A recent study by the London Business School found that the business case for diversity 'backfires if the goal is for this rhetoric to signal inclusion to members of groups underrepresented in the organisation'.
The study included people who identify as LGBTQ+, Women and African American and it investigated which justifications organisations use to explain their commitment to diversity, and how these justifications affect members of underrepresented groups.
Results displayed that respondents wanted to be judged on their actual skills and experience and not on what they can contribute on the basis of their race, gender, sexual orientation, or other identities.
The latter approach was seen as 'depersonalised' and respondents don't wish to be treated as the “Black Engineer”, but just as "the engineer" on the team.
So, the study suggests that the business case for diversity seems to work against organisations’ stated diversity goals and that letting go of the business case for diversity and, instead, simply stating their commitment to diversity, is the more inclusive approach.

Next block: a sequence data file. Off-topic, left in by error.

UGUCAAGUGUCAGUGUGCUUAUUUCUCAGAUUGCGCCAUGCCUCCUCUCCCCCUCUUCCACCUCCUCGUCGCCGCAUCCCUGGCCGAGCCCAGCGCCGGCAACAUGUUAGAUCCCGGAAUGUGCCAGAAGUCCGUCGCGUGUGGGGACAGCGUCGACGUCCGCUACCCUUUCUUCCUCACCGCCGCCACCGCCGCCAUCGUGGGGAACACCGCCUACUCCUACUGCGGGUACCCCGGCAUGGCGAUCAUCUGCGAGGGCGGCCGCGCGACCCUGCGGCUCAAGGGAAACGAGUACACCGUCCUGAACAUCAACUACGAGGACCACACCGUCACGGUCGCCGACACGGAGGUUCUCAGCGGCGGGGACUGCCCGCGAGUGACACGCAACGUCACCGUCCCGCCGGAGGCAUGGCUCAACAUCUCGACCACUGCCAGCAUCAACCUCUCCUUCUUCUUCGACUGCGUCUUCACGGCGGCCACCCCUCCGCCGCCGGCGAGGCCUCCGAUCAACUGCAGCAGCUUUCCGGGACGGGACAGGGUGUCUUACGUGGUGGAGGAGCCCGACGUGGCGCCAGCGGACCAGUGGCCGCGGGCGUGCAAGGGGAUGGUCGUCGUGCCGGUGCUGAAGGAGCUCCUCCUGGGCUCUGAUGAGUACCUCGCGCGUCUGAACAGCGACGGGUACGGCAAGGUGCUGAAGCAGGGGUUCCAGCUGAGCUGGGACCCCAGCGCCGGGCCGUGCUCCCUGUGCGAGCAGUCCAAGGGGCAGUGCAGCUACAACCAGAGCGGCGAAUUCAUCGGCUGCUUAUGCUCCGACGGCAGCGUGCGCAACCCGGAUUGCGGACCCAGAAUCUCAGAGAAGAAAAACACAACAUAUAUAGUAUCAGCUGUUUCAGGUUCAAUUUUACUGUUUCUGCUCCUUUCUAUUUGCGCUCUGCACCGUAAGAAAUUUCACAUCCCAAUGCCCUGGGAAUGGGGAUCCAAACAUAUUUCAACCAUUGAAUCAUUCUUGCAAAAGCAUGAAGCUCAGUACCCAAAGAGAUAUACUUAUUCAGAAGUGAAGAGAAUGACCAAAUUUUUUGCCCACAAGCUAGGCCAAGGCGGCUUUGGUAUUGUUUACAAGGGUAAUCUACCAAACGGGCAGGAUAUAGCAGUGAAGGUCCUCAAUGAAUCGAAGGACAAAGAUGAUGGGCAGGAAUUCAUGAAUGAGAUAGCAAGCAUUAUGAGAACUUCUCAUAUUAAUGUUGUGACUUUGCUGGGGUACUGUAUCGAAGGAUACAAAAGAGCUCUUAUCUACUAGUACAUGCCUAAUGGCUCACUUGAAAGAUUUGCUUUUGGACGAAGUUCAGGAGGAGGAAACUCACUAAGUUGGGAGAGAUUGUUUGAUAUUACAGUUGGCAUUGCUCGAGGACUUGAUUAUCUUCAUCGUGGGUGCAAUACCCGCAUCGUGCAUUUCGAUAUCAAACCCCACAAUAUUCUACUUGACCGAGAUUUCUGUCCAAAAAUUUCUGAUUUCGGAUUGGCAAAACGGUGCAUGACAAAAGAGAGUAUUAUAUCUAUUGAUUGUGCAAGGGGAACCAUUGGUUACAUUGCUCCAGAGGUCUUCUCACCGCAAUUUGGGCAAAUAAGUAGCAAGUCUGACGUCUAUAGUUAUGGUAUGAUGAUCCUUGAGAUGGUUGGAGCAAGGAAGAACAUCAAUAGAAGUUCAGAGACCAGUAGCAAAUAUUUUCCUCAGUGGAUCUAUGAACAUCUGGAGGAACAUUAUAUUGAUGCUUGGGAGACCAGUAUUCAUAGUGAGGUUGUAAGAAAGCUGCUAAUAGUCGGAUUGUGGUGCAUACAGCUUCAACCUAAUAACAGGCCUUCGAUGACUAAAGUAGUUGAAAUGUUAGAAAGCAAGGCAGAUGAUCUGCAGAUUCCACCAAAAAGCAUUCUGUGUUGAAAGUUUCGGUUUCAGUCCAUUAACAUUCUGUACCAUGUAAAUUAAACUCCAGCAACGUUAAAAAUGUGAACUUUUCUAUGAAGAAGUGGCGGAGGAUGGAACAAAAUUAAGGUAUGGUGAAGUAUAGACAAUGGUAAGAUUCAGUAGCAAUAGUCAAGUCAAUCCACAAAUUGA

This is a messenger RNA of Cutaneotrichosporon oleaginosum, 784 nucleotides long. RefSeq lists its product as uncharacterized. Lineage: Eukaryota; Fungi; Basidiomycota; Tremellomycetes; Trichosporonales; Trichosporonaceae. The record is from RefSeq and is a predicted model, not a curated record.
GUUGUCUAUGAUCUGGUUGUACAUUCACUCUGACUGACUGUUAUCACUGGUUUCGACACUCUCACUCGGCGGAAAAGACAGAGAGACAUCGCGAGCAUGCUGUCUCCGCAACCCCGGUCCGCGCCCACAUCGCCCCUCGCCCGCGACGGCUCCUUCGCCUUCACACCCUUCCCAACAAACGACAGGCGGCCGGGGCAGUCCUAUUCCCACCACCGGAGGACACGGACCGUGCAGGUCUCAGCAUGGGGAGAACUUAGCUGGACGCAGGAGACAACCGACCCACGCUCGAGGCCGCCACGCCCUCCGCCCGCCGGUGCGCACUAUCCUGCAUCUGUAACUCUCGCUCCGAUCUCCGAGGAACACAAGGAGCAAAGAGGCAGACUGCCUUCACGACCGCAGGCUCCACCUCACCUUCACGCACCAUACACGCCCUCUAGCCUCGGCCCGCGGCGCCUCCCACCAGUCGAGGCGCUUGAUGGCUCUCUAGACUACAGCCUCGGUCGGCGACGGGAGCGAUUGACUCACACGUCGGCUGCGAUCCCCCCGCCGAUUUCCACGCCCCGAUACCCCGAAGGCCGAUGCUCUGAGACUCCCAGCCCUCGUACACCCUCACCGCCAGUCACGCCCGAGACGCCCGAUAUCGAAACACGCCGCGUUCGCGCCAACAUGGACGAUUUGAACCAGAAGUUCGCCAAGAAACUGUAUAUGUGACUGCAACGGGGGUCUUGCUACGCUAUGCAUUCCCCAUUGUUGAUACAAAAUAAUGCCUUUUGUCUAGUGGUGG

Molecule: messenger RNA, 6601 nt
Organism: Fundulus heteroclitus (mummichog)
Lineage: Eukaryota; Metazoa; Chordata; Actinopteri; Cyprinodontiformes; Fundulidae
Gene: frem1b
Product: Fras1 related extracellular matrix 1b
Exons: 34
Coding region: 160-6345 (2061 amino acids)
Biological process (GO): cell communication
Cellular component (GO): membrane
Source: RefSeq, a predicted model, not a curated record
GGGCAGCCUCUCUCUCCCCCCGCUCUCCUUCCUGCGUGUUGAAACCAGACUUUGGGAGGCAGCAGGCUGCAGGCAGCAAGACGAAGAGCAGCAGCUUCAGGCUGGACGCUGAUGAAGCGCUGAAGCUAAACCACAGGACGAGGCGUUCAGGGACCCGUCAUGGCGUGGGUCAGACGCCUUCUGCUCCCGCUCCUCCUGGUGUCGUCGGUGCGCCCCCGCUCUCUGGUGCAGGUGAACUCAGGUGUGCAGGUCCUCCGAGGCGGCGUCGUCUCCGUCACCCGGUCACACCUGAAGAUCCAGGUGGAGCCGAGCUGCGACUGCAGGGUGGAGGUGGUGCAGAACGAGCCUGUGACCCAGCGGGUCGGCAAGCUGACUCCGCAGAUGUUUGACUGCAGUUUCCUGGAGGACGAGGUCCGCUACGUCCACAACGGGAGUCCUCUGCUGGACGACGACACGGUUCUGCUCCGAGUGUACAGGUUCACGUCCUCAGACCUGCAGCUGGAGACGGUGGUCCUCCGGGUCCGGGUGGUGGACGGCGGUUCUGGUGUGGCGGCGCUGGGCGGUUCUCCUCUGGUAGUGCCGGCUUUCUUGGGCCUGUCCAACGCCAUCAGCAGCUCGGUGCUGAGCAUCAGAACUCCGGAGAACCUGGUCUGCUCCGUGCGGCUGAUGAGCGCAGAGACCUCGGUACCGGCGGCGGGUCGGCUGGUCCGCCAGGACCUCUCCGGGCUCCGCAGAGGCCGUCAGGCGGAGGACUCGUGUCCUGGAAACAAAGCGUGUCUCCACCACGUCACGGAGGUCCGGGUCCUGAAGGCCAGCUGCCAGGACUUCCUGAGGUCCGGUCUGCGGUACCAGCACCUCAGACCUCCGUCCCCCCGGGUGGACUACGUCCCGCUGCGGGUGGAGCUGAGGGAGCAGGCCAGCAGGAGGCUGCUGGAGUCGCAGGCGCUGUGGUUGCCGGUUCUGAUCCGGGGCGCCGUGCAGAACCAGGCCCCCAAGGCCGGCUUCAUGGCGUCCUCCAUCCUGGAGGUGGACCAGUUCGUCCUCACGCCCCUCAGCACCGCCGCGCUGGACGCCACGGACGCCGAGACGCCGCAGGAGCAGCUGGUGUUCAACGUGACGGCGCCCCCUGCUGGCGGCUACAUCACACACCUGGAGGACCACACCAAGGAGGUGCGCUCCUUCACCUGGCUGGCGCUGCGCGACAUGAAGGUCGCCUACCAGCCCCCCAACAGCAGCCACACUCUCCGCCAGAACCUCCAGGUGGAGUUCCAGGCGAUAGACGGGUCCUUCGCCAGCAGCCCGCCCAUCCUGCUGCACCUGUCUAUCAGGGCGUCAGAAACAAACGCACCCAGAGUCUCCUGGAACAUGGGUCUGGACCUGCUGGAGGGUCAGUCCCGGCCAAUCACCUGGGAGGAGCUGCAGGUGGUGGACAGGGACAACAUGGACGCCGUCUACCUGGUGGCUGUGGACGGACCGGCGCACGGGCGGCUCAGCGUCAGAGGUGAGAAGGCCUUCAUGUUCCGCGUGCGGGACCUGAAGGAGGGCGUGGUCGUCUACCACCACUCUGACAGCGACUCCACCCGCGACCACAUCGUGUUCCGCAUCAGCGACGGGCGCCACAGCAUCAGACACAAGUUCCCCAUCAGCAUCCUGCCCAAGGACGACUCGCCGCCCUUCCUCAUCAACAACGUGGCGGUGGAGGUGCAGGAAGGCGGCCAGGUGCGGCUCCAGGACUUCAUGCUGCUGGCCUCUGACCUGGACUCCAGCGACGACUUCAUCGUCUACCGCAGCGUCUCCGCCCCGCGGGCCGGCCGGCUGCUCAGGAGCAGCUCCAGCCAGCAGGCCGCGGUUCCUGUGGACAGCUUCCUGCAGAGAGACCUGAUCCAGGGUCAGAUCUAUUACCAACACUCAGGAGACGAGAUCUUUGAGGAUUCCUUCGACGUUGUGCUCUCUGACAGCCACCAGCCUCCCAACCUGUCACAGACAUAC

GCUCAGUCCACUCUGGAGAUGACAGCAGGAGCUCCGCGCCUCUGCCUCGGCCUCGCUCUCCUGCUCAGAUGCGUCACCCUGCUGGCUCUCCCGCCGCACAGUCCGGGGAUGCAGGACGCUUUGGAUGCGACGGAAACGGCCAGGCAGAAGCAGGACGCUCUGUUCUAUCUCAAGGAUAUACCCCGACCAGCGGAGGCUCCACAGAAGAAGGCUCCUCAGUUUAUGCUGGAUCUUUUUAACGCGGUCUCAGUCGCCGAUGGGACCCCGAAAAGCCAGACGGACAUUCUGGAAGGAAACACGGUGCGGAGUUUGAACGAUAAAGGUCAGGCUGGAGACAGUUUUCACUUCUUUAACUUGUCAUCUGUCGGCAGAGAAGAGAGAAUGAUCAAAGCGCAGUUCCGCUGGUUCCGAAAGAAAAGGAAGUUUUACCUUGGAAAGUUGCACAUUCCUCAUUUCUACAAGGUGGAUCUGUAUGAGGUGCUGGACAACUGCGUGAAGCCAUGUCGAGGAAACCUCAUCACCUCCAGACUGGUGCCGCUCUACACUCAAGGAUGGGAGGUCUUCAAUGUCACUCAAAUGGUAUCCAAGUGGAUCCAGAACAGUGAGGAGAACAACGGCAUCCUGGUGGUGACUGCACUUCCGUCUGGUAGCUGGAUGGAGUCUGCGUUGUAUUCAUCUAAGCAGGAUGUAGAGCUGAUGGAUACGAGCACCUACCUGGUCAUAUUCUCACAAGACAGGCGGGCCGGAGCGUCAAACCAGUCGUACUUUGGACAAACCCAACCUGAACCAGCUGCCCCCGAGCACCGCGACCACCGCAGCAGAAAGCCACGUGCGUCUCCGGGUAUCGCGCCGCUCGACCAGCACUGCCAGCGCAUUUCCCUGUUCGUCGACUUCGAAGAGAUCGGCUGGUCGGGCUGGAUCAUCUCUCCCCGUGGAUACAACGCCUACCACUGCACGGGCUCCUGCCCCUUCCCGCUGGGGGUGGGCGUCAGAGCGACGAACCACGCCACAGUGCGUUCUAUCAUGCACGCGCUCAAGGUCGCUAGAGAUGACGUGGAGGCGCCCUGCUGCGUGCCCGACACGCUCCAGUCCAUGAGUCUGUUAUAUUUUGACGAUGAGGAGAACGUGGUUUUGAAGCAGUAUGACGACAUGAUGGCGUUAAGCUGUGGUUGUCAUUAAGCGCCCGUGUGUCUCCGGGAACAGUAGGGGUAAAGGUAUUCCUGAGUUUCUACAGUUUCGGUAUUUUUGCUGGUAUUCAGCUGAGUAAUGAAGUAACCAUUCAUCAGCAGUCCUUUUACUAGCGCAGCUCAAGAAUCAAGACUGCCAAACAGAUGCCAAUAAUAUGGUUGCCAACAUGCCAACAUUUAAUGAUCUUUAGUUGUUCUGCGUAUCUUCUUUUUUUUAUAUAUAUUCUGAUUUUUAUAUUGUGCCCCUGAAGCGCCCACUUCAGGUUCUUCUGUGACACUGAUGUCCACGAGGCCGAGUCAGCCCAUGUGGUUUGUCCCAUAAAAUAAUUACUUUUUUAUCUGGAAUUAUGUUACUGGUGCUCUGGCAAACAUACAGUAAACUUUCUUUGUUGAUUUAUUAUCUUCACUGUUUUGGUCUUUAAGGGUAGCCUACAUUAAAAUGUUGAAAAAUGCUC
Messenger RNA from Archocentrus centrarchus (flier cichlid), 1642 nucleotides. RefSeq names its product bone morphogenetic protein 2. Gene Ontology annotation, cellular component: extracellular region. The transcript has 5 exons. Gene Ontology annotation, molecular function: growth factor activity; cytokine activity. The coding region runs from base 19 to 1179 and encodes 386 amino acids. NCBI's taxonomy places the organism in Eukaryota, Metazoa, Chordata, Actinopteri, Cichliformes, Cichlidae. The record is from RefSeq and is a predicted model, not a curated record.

How mojo benefits approaches to EDI
Organisations do benefit from having people from different backgrounds, who have different thoughts, and have different skills. And these employees want to feel valued and to add value. Mojo doesn't care where someone comes from, where they were educated, what their gender is, or their sexual preference. It's about treating the employee as an individual and, importantly, with the team mapping, allowing colleagues to embrace each other's motivation preferences. Ideally, in a team you would want employees to have a mixture of top motivators.
Mojo can be used in recruitment to ascertain if candidates have the desired motivations for the role. For example, if it were a sales role, you would want candidates who are motivated by money, achievements, and goal setting (the Builder) or in care roles you would want someone who seeks to find purpose in their work, wants to make a difference, and to do worthwhile things (the Searcher). Recruiting on someone's intrinsic motivations is far more inclusive than recruiting from where someone went to university, the town they're from, or their gender, for example.
Mojo certainly personalises the Employee Experience and will boost your inclusion efforts.